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Lots of stuff goes on in this shop, located in Lorette, Manitoba.

Primarily it's the building and repair of classic wood & canvas canoes, and the making of premium canoe paddles. I also do custom boat building, composite fabrication, and special projects. A growing passion of mine is the making of classical guitars, I'll post about that, too.

I want to be able to share with my clients the progress of their commissioned work. Later I started thinking that there might be other people who are interested in what goes on inside a wooden canoe shop operated by an artist and a recovering teacher.

If you have any questions please feel free to contact me by email, phone, or by post. My mailing address is:

Red River Canoe & Paddle
24249 River Rd
Lorette, Manitoba
R5K 0Z6

Friday 25 March 2011

I've taken the canopy off of the shop aquarium as it seems to get a more generous amount of natural sunlight this way. I must admit that there is something very appealing about this kind of light in an aquarium.

It goes against all of the traditional advice, but it seems to work! I have not had an algae break out in this tank, the glass is clean, the plants are not covered in algae, and the filter is running at barely a trickle. I have not had to scrape the glass clean for as long as I can remember. The only algae issue that I have are these clumps of thread algae but they come out really easy, you just grab them and lift.

Four planks hung. Its not just the time that it takes for the epoxy to set that limits the pace, but its the time to trim the plank to correct shape, to fit it to the boat, and to prepare the next plank. Working efficiently it takes about one day to get it all done. As much as I was looking forward to getting to this stage, I'll be glad to be moving on.

Anyway, its starting to look like a boat now!

Tuesday 22 March 2011

Icon for St. Benedict's Priory in Middlechurch, just north of Winnipeg. Scal is about 60" tall.

There's just something about stiletto shoes...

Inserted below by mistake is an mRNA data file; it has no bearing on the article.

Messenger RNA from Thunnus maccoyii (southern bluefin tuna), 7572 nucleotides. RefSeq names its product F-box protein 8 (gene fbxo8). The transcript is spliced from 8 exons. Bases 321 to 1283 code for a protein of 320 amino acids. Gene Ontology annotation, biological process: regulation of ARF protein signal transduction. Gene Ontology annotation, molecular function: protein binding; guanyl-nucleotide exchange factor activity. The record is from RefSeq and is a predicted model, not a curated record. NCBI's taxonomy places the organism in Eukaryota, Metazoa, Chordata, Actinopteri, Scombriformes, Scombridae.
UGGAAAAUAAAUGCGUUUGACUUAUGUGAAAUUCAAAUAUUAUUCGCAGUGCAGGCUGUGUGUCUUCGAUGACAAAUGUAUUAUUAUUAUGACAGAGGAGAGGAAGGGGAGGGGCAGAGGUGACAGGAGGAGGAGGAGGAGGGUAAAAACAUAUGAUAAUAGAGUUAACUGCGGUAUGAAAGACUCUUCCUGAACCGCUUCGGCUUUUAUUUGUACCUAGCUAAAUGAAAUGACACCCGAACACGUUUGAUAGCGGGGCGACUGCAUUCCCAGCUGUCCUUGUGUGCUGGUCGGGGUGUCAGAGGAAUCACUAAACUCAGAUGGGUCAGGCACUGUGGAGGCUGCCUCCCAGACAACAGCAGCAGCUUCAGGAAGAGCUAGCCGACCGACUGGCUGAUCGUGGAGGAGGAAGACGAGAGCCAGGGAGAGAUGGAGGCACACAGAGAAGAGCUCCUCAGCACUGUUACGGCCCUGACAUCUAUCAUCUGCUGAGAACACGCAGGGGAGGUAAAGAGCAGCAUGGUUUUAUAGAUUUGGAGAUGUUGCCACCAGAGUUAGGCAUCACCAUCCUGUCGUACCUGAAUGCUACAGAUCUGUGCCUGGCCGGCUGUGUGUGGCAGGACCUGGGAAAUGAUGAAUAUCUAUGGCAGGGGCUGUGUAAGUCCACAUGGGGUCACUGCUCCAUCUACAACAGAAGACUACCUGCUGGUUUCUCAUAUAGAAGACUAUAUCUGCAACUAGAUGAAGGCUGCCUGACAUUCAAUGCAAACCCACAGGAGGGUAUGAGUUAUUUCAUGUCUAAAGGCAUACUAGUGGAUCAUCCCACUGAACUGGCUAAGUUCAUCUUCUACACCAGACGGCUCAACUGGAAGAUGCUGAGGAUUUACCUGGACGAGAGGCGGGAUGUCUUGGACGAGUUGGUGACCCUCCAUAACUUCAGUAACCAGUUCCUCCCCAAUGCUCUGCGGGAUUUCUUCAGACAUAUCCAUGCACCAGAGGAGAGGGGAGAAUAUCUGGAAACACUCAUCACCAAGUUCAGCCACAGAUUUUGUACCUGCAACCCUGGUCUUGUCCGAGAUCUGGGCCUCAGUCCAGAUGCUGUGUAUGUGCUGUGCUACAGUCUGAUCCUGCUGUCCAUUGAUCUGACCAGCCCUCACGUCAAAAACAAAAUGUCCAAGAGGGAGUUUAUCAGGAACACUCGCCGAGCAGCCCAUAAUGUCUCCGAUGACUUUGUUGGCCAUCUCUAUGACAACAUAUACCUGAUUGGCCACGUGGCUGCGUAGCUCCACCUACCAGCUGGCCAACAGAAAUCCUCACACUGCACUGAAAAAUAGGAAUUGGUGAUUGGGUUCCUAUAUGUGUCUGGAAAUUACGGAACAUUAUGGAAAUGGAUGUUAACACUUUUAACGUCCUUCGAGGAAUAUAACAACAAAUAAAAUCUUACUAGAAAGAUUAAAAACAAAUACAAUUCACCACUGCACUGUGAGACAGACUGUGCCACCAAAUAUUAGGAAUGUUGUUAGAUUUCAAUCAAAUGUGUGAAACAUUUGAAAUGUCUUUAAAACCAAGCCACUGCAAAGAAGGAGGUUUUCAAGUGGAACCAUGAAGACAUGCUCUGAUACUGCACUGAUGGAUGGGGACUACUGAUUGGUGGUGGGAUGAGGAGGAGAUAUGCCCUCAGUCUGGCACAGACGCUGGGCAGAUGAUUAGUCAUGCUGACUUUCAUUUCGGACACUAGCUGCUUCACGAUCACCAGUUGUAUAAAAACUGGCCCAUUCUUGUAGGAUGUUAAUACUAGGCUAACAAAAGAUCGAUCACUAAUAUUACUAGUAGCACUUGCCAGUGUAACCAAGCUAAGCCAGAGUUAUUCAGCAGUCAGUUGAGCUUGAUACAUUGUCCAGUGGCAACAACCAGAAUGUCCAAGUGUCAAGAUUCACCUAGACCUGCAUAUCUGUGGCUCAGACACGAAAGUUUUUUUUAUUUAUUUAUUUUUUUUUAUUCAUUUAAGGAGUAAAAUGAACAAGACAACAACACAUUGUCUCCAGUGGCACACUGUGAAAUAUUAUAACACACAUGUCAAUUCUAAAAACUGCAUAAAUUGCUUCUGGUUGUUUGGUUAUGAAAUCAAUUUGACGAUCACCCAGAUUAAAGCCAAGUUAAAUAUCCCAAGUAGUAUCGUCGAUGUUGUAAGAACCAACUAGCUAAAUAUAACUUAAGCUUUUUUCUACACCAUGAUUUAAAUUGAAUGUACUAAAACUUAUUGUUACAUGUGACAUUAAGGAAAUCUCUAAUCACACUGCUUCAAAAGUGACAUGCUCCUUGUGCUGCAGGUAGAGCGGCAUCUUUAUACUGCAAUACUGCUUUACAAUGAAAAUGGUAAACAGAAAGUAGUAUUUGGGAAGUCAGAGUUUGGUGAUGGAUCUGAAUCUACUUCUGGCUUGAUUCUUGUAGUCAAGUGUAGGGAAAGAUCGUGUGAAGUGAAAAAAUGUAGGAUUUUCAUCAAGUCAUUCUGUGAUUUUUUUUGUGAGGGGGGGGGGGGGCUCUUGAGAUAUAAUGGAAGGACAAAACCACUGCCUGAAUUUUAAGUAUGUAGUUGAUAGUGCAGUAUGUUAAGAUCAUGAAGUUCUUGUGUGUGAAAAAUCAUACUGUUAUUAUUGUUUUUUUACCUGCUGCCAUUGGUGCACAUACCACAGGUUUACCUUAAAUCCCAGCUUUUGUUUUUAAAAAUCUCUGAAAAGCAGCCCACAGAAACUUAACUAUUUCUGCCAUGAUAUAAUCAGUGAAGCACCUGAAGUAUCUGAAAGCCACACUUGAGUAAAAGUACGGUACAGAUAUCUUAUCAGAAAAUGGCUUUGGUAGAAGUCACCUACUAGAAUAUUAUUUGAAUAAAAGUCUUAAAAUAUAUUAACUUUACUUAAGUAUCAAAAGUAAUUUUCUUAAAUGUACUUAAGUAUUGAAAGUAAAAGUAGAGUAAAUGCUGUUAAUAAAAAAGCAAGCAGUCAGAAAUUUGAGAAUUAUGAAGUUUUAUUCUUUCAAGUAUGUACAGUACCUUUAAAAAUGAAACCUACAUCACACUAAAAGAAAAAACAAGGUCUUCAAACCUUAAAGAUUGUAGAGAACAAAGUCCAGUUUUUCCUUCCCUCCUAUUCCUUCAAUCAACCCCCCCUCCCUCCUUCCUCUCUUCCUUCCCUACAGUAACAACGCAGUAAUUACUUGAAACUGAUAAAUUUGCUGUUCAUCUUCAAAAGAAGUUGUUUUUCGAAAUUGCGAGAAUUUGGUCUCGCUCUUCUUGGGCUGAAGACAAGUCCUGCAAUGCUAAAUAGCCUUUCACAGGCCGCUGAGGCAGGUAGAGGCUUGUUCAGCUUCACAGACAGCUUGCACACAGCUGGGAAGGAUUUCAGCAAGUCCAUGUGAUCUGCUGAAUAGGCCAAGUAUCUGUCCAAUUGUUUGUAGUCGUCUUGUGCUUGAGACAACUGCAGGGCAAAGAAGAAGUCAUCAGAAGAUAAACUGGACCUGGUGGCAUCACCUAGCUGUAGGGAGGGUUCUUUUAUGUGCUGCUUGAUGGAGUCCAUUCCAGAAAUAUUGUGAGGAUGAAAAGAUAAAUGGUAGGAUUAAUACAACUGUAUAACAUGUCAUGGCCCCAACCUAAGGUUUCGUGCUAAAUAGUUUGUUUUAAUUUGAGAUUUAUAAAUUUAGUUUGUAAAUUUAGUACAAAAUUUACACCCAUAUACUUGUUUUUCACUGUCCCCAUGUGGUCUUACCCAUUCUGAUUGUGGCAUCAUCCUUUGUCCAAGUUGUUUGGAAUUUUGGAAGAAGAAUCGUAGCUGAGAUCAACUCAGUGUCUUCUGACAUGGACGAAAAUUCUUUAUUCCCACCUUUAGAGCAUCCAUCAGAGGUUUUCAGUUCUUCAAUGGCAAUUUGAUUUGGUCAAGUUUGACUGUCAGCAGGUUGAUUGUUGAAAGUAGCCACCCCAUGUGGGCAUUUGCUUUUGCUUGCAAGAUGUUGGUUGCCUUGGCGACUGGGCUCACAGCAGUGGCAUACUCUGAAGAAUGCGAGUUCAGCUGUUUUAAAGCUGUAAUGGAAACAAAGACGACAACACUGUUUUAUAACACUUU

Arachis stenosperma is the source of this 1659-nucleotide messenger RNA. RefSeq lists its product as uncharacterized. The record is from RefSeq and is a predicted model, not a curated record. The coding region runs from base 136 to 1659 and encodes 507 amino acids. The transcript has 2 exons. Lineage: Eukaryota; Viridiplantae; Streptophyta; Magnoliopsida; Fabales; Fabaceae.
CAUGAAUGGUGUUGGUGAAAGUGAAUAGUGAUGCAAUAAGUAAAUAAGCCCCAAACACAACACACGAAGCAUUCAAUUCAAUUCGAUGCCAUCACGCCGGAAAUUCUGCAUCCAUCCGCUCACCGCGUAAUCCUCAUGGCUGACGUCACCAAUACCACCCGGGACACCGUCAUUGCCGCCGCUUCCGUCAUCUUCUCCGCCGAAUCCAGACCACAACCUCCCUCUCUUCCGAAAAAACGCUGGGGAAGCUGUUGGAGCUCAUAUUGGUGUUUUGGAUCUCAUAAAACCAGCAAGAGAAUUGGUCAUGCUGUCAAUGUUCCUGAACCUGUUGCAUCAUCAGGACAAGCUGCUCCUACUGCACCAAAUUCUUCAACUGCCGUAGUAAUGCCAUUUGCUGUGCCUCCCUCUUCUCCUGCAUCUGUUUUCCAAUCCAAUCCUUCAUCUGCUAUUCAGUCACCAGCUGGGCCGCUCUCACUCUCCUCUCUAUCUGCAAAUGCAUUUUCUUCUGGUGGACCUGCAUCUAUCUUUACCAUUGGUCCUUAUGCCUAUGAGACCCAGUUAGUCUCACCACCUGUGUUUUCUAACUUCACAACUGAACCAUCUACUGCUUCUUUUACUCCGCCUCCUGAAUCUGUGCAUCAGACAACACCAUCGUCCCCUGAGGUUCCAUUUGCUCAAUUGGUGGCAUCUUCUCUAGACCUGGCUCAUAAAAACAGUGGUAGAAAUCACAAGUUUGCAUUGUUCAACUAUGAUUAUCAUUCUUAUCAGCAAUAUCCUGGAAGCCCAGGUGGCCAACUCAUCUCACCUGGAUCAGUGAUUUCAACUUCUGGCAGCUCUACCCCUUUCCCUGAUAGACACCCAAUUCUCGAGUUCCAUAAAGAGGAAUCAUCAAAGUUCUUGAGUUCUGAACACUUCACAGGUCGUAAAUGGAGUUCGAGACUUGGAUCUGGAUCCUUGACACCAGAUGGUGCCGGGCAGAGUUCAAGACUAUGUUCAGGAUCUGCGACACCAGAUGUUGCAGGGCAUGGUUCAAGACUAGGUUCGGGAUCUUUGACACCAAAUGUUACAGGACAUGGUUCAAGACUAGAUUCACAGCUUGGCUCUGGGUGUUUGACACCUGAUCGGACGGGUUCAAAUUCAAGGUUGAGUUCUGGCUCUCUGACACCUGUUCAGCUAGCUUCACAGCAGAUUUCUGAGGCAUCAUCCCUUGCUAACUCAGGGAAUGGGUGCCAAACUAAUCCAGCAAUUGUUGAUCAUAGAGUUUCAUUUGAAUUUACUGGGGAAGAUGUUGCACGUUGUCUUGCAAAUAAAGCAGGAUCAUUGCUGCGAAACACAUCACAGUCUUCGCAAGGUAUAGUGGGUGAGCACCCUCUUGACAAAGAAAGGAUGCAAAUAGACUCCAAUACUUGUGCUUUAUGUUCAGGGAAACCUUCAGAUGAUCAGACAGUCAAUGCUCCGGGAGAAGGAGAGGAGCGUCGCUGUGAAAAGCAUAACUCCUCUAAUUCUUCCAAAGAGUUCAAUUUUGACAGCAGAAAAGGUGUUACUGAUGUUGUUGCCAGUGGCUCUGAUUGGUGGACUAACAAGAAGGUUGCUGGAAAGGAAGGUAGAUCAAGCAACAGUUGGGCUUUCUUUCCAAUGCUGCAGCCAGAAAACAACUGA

I thought it time to put up some images of my paintings. I haven't been able to paint for awhile and its really getting to me, kind of like water backing up behind a dam. Don't fool around with the dam unless you're prepared for the flood waters!

"Lovers Over the City"

"Lovers Fleeing the Storm"

Saturday 19 March 2011

Two planks per side are now on.

At the stems the the planks need to be fitted to lay flush at the very ends.

They are also very difficult to clamp at the stem as the clamps keep wanting to slip off, so I drilled a few holes and stitched them together. Some people get around this by just screwing them to the stem.

A view from the end.

You can see how my compression clamps are working to keep the laps tight while the epoxy cures. This is one of the limitations to how may planks can be hung in a day.

I need to have something to clamp the planking laps, and I need lots of them!

I decided to use a simple compression clamp, like a big old fashioned clothespin. These are the blanks in mid preparation.

Finally! The work that I'm doing is now part of the actual boat!

First plank on. From here on I can prepare and hang about one plank per side per day.

Some of the nice things about scarfing the plywood joints plank by plank instead of panel by panel, is that you can lay out each section for minimum waste, only small sections to plane, and clamping short glue joints easily. Also with such limited amounts of work space its much easier to work!

Friday 11 March 2011